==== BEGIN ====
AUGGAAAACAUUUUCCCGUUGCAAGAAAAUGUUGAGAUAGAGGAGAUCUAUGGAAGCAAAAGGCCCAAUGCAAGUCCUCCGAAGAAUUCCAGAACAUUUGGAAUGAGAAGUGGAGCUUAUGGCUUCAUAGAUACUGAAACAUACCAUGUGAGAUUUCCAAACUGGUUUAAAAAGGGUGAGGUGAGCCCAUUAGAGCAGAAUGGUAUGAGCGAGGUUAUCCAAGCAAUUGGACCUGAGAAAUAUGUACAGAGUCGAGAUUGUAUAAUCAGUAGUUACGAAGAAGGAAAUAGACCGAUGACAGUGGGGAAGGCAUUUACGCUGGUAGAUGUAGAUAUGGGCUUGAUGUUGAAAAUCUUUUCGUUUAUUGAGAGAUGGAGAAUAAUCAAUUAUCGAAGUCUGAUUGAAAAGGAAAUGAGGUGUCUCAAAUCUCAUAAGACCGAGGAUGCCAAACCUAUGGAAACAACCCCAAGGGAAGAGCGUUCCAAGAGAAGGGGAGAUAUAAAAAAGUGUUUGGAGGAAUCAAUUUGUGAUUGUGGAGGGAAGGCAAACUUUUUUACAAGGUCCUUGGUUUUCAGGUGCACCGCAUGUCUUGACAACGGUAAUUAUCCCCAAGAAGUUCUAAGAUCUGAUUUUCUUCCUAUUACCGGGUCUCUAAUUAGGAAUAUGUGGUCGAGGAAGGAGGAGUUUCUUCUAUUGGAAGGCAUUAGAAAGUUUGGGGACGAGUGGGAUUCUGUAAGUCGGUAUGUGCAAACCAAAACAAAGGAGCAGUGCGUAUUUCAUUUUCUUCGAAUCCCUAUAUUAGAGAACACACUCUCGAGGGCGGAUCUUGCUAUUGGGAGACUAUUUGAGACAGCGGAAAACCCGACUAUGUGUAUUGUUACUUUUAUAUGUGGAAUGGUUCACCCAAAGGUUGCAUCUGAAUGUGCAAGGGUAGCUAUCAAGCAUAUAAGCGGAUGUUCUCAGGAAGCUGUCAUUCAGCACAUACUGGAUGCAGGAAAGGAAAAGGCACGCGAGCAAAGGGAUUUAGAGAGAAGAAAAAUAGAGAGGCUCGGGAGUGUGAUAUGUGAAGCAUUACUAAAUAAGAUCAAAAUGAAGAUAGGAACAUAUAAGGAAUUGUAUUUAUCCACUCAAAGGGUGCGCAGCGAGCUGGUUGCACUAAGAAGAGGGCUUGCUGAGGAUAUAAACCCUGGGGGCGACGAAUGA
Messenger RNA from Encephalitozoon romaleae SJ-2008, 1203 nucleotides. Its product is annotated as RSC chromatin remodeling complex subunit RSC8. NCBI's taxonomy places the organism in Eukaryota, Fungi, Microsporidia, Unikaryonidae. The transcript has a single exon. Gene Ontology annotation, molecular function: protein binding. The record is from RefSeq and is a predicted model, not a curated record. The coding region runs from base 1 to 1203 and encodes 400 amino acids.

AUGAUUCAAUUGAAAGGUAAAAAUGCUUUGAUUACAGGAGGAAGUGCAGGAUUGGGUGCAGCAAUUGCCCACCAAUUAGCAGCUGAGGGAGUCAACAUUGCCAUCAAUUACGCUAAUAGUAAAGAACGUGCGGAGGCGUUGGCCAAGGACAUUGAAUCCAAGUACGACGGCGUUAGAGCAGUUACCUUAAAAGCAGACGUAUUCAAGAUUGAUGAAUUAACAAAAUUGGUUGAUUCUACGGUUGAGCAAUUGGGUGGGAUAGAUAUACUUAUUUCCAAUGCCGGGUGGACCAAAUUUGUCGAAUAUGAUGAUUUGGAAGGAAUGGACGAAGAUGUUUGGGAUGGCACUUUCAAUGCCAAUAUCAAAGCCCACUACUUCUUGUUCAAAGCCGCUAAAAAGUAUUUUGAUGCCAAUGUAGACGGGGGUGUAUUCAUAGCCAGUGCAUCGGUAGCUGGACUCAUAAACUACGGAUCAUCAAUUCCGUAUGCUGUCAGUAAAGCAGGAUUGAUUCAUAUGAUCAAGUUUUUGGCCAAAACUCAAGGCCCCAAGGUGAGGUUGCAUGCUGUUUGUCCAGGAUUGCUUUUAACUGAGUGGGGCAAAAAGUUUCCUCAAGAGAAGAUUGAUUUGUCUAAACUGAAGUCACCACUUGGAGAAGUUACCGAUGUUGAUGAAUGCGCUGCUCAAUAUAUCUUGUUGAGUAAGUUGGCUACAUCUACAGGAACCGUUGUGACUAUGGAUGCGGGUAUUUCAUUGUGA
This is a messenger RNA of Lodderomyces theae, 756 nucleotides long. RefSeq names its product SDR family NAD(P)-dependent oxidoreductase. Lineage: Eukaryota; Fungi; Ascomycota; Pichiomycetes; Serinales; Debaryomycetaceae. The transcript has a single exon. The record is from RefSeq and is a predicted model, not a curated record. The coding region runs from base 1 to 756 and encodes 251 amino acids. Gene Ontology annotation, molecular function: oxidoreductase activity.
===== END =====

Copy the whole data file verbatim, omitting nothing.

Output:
AUGGAAAACAUUUUCCCGUUGCAAGAAAAUGUUGAGAUAGAGGAGAUCUAUGGAAGCAAAAGGCCCAAUGCAAGUCCUCCGAAGAAUUCCAGAACAUUUGGAAUGAGAAGUGGAGCUUAUGGCUUCAUAGAUACUGAAACAUACCAUGUGAGAUUUCCAAACUGGUUUAAAAAGGGUGAGGUGAGCCCAUUAGAGCAGAAUGGUAUGAGCGAGGUUAUCCAAGCAAUUGGACCUGAGAAAUAUGUACAGAGUCGAGAUUGUAUAAUCAGUAGUUACGAAGAAGGAAAUAGACCGAUGACAGUGGGGAAGGCAUUUACGCUGGUAGAUGUAGAUAUGGGCUUGAUGUUGAAAAUCUUUUCGUUUAUUGAGAGAUGGAGAAUAAUCAAUUAUCGAAGUCUGAUUGAAAAGGAAAUGAGGUGUCUCAAAUCUCAUAAGACCGAGGAUGCCAAACCUAUGGAAACAACCCCAAGGGAAGAGCGUUCCAAGAGAAGGGGAGAUAUAAAAAAGUGUUUGGAGGAAUCAAUUUGUGAUUGUGGAGGGAAGGCAAACUUUUUUACAAGGUCCUUGGUUUUCAGGUGCACCGCAUGUCUUGACAACGGUAAUUAUCCCCAAGAAGUUCUAAGAUCUGAUUUUCUUCCUAUUACCGGGUCUCUAAUUAGGAAUAUGUGGUCGAGGAAGGAGGAGUUUCUUCUAUUGGAAGGCAUUAGAAAGUUUGGGGACGAGUGGGAUUCUGUAAGUCGGUAUGUGCAAACCAAAACAAAGGAGCAGUGCGUAUUUCAUUUUCUUCGAAUCCCUAUAUUAGAGAACACACUCUCGAGGGCGGAUCUUGCUAUUGGGAGACUAUUUGAGACAGCGGAAAACCCGACUAUGUGUAUUGUUACUUUUAUAUGUGGAAUGGUUCACCCAAAGGUUGCAUCUGAAUGUGCAAGGGUAGCUAUCAAGCAUAUAAGCGGAUGUUCUCAGGAAGCUGUCAUUCAGCACAUACUGGAUGCAGGAAAGGAAAAGGCACGCGAGCAAAGGGAUUUAGAGAGAAGAAAAAUAGAGAGGCUCGGGAGUGUGAUAUGUGAAGCAUUACUAAAUAAGAUCAAAAUGAAGAUAGGAACAUAUAAGGAAUUGUAUUUAUCCACUCAAAGGGUGCGCAGCGAGCUGGUUGCACUAAGAAGAGGGCUUGCUGAGGAUAUAAACCCUGGGGGCGACGAAUGA
Messenger RNA from Encephalitozoon romaleae SJ-2008, 1203 nucleotides. Its product is annotated as RSC chromatin remodeling complex subunit RSC8. NCBI's taxonomy places the organism in Eukaryota, Fungi, Microsporidia, Unikaryonidae. The transcript has a single exon. Gene Ontology annotation, molecular function: protein binding. The record is from RefSeq and is a predicted model, not a curated record. The coding region runs from base 1 to 1203 and encodes 400 amino acids.

AUGAUUCAAUUGAAAGGUAAAAAUGCUUUGAUUACAGGAGGAAGUGCAGGAUUGGGUGCAGCAAUUGCCCACCAAUUAGCAGCUGAGGGAGUCAACAUUGCCAUCAAUUACGCUAAUAGUAAAGAACGUGCGGAGGCGUUGGCCAAGGACAUUGAAUCCAAGUACGACGGCGUUAGAGCAGUUACCUUAAAAGCAGACGUAUUCAAGAUUGAUGAAUUAACAAAAUUGGUUGAUUCUACGGUUGAGCAAUUGGGUGGGAUAGAUAUACUUAUUUCCAAUGCCGGGUGGACCAAAUUUGUCGAAUAUGAUGAUUUGGAAGGAAUGGACGAAGAUGUUUGGGAUGGCACUUUCAAUGCCAAUAUCAAAGCCCACUACUUCUUGUUCAAAGCCGCUAAAAAGUAUUUUGAUGCCAAUGUAGACGGGGGUGUAUUCAUAGCCAGUGCAUCGGUAGCUGGACUCAUAAACUACGGAUCAUCAAUUCCGUAUGCUGUCAGUAAAGCAGGAUUGAUUCAUAUGAUCAAGUUUUUGGCCAAAACUCAAGGCCCCAAGGUGAGGUUGCAUGCUGUUUGUCCAGGAUUGCUUUUAACUGAGUGGGGCAAAAAGUUUCCUCAAGAGAAGAUUGAUUUGUCUAAACUGAAGUCACCACUUGGAGAAGUUACCGAUGUUGAUGAAUGCGCUGCUCAAUAUAUCUUGUUGAGUAAGUUGGCUACAUCUACAGGAACCGUUGUGACUAUGGAUGCGGGUAUUUCAUUGUGA
This is a messenger RNA of Lodderomyces theae, 756 nucleotides long. RefSeq names its product SDR family NAD(P)-dependent oxidoreductase. Lineage: Eukaryota; Fungi; Ascomycota; Pichiomycetes; Serinales; Debaryomycetaceae. The transcript has a single exon. The record is from RefSeq and is a predicted model, not a curated record. The coding region runs from base 1 to 756 and encodes 251 amino acids. Gene Ontology annotation, molecular function: oxidoreductase activity.